Otumba Dele Ajayi-Smith, former Council Member, LCCI said that manufacturers and businesses were already saddled with so many challenges, such as infrastructural decay, power, among others.

“The review of VAT, as being proposed, is not the only option opened to government to fund the new national minimum wage. Besides, the planned increase would erode the gains of minimum wage for low earners, and further weaken their purchasing power, among others.

“The planned increase of VAT will have far-reaching implications for manufacturers, businesses and consumers alike. Some companies are closing shops due to some of these challenges while others are still struggling to stay afloat.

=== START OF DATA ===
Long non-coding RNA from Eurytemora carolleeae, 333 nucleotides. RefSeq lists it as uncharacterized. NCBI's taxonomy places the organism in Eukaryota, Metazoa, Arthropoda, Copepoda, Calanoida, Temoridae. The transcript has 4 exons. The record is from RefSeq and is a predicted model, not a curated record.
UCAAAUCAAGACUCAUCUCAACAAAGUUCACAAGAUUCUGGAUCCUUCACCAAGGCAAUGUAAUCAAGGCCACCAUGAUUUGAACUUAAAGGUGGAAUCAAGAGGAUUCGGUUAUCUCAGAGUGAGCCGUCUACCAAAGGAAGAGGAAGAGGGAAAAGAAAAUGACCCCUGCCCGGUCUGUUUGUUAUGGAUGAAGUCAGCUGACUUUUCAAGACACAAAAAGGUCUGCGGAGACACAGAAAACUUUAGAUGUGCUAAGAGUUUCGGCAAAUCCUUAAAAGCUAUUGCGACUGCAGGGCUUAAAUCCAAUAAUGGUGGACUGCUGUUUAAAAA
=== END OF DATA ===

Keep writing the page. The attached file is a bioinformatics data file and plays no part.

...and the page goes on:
‘‘The proposed increase in VAT would definitely lead to an increase in the cost of doing business, and would likely be passed to the consumers whose purchasing power is already weak. Government does not have to increase VAT in order to enable it pay minimum wage. However, in the event that government must increase VAT against the will of the people, it should be limited to luxury or ostentatious goods only.’’

He faulted the comparison of VAT rates with other countries as being irrelevant due to the fact that business operating conditions in those climes are more clement than what obtains in Nigeria. He advised that government should reduce its recurrent expenditure, cost of governance, widen the tax net in its bid to generate more revenue and ensure effective collection of taxes from non-compliant citizens or defaulters, etc.


According to Ajayi-Smith, ‘‘Government should not burden businesses with taxes, rather it should create an enabling environment for businesses to thrive and continue to contribute to the growth of the nation.”